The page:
Triadic Formal Concept Analysis and triclustering: searching for optimal patterns
This paper presents several definitions of “optimal patterns” in triadic data and results of experimental comparison of five triclustering algorithms on real-world and synthetic datasets. The evaluation is carried over such criteria as resource efficiency, noise tolerance and quality scores involving cardinality, density, coverage, and diversity of the patterns. An ideal triadic pattern is a totally dense maximal cuboid (formal triconcept). Relaxations of this notion under consideration are: OAC-triclusters; triclusters optimal with respect to the least-square criterion; and graph partitions obtained by using spectral clustering. We show that searching for an optimal tricluster cover is an NP-complete problem, whereas determining the number of such covers is #P-complete. Our extensive computational experiments lead us to a clear strategy for choosing a solution at a given dataset guided by the principle of Pareto-optimality according to the proposed criteria.
In this paper we propose two novel methods for analyzing data collected from online social networks. In particular we will do analyses on Vkontake data (Russian online social network). Using biclustering we extract groups of users with similar interests and find communities of users which belong to similar groups. With triclustering we reveal users’ interests as tags and use them to describe Vkontakte groups. After this social tagging process we can recommend to a particular user relevant groups to join or new friends from interesting groups which have a similar taste. We present some preliminary results and explain how we are going to apply these methods on massive data repositories.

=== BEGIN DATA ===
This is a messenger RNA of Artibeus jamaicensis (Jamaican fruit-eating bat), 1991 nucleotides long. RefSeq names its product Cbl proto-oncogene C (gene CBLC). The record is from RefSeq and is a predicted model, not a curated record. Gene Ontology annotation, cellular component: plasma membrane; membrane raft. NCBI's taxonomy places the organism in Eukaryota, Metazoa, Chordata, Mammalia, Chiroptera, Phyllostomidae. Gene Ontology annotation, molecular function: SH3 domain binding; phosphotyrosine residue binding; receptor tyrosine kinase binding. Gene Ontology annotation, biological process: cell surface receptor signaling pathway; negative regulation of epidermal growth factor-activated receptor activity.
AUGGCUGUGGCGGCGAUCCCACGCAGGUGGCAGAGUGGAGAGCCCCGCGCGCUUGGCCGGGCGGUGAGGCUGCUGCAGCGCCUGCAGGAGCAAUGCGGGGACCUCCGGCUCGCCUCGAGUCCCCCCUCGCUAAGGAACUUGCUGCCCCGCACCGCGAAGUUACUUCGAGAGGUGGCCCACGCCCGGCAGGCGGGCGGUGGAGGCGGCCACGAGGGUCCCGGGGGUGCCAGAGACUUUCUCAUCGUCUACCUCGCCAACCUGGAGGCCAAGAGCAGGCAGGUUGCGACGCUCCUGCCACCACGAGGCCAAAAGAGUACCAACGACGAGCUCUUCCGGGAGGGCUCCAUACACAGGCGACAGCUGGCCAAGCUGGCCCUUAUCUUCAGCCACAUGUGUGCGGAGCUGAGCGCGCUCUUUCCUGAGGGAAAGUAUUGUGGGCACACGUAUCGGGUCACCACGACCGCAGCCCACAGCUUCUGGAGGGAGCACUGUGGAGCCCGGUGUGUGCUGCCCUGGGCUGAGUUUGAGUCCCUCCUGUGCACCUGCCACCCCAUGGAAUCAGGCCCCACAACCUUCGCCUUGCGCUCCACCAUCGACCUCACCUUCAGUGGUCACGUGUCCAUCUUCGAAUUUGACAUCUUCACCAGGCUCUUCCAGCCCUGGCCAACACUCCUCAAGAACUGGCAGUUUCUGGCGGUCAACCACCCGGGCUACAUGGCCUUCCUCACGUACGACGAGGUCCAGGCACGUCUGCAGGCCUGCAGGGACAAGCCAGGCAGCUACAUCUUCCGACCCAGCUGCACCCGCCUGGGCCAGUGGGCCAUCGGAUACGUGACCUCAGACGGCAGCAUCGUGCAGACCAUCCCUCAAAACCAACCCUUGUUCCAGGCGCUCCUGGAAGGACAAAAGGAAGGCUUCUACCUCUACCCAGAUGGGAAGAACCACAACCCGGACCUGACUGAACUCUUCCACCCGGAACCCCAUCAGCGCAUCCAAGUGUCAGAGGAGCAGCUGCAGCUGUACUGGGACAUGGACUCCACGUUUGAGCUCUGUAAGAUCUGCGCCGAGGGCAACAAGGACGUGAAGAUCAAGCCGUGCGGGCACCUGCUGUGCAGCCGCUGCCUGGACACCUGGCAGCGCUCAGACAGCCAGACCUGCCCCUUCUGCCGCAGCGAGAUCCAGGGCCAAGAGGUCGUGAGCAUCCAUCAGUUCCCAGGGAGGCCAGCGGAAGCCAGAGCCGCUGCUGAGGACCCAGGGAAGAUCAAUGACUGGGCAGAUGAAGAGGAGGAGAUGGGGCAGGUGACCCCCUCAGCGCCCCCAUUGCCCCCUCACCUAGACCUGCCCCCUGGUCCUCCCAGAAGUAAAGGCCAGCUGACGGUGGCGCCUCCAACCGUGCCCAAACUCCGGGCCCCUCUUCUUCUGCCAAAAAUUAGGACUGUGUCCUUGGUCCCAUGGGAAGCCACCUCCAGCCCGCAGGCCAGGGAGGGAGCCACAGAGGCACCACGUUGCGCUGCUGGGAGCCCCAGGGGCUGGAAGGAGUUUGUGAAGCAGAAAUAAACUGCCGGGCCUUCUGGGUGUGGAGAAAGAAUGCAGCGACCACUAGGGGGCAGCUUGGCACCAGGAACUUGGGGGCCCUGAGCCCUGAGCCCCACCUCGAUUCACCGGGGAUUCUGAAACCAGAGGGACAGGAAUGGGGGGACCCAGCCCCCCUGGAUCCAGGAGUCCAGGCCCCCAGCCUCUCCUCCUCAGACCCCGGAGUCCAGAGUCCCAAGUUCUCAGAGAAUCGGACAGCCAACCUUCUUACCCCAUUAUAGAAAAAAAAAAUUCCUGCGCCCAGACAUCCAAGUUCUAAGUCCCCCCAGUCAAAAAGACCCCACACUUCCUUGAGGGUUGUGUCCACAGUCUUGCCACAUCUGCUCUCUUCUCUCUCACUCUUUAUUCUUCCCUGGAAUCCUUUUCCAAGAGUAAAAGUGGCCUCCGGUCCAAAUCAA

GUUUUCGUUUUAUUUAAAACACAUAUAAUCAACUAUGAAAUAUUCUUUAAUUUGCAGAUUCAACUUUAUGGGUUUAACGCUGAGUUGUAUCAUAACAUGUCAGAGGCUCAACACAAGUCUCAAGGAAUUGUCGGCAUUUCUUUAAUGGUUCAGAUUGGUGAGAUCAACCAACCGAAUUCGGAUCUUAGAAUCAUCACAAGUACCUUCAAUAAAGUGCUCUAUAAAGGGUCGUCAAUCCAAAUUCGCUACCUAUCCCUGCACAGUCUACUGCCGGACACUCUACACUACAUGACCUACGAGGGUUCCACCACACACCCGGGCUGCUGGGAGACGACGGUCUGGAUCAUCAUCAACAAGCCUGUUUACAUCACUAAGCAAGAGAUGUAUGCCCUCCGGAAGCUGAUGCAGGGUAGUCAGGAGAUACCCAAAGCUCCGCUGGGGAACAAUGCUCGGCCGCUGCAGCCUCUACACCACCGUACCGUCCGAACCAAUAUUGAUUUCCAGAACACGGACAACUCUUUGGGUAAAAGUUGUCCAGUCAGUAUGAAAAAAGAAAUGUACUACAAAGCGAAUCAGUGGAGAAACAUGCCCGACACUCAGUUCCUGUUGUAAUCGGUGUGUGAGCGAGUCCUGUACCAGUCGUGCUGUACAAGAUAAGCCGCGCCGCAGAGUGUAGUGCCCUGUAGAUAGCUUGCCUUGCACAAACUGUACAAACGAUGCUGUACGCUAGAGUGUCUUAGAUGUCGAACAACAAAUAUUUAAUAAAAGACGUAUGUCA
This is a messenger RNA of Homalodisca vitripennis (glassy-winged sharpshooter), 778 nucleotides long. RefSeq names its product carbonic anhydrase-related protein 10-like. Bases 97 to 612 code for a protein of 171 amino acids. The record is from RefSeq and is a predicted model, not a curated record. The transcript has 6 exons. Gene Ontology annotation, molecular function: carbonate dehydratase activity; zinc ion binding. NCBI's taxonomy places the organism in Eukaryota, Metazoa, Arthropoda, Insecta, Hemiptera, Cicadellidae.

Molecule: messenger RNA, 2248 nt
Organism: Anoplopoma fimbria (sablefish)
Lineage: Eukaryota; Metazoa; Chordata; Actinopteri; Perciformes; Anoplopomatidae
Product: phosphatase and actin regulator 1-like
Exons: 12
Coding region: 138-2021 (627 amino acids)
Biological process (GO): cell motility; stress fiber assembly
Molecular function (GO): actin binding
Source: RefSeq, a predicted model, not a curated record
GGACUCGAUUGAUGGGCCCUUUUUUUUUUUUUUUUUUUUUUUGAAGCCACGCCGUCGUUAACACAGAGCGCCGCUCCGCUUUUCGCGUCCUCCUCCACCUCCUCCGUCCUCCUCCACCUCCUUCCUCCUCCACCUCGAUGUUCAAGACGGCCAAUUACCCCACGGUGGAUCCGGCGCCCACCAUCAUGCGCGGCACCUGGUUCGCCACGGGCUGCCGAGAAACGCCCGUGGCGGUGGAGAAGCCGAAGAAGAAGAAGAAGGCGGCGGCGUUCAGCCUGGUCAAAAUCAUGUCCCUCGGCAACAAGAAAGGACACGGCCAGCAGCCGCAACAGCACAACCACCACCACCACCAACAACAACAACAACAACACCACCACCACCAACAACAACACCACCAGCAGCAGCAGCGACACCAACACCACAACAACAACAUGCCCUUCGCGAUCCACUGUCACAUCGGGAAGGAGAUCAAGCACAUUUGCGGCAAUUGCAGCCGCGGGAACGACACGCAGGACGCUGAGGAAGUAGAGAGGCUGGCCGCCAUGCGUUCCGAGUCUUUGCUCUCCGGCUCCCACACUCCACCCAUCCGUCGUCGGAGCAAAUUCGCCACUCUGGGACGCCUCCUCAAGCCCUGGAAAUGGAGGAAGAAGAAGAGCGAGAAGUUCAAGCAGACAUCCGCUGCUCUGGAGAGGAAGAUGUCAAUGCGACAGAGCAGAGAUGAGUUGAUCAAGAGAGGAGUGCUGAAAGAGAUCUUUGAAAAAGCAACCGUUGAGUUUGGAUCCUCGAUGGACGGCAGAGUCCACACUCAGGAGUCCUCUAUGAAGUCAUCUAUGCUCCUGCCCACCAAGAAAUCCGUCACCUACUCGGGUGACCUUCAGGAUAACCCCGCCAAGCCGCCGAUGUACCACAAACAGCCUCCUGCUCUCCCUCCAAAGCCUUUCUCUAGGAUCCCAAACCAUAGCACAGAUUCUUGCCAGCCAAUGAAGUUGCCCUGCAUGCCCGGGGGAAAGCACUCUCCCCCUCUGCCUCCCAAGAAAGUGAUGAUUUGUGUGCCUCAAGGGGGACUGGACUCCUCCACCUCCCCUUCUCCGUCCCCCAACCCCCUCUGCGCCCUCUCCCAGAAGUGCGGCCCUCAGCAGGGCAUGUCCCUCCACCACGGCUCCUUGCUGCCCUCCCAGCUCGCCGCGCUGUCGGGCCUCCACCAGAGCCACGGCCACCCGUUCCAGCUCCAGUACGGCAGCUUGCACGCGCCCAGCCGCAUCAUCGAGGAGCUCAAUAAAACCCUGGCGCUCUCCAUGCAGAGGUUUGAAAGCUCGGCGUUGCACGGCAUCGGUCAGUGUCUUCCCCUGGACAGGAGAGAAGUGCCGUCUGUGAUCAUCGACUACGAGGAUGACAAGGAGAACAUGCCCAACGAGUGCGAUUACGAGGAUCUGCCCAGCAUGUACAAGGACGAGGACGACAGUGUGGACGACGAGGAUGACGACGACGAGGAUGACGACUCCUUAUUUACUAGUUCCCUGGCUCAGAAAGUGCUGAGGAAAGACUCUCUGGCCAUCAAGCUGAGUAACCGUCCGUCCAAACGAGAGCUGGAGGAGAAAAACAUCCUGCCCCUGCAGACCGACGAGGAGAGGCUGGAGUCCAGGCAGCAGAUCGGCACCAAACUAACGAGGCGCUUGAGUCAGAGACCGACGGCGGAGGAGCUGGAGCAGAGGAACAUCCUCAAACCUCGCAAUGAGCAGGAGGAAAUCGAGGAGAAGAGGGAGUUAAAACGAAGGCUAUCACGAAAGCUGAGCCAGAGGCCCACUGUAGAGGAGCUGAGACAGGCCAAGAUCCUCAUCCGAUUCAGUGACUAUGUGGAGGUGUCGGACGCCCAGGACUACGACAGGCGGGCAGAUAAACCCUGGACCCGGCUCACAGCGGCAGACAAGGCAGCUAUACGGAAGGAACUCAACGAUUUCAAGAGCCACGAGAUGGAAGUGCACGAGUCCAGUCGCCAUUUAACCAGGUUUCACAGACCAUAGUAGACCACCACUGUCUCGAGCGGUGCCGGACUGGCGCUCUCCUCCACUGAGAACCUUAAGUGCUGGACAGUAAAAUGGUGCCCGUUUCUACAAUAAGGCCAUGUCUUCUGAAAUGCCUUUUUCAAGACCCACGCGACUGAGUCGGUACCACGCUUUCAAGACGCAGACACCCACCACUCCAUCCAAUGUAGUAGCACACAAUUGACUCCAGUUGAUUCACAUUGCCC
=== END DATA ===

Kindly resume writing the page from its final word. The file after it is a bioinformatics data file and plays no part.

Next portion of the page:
The paper makes a brief introduction into multiple classifier systems and describes a particular algorithm which improves classification accuracy by making a recommendation of an algorithm to an object. This recommendation is done under a hypothesis that a classifier is likely to predict the label of the object correctly if it has correctly classified its neighbors. The process of assigning a classifier to each object involves here the apparatus of Formal Concept Analysis. We explain the principle of the algorithm on a toy example and describe experiments with real-world datasets.
This book constitutes the second part of the refereed proceedings of the 10th International Conference on Formal Concept Analysis, ICFCA 2012, held in Leuven, Belgium in May 2012. The topics covered in this volume range from recent advances in machine learning and data mining; mining terrorist networks and revealing criminals; concept-based process mining; to scalability issues in FCA and rough sets.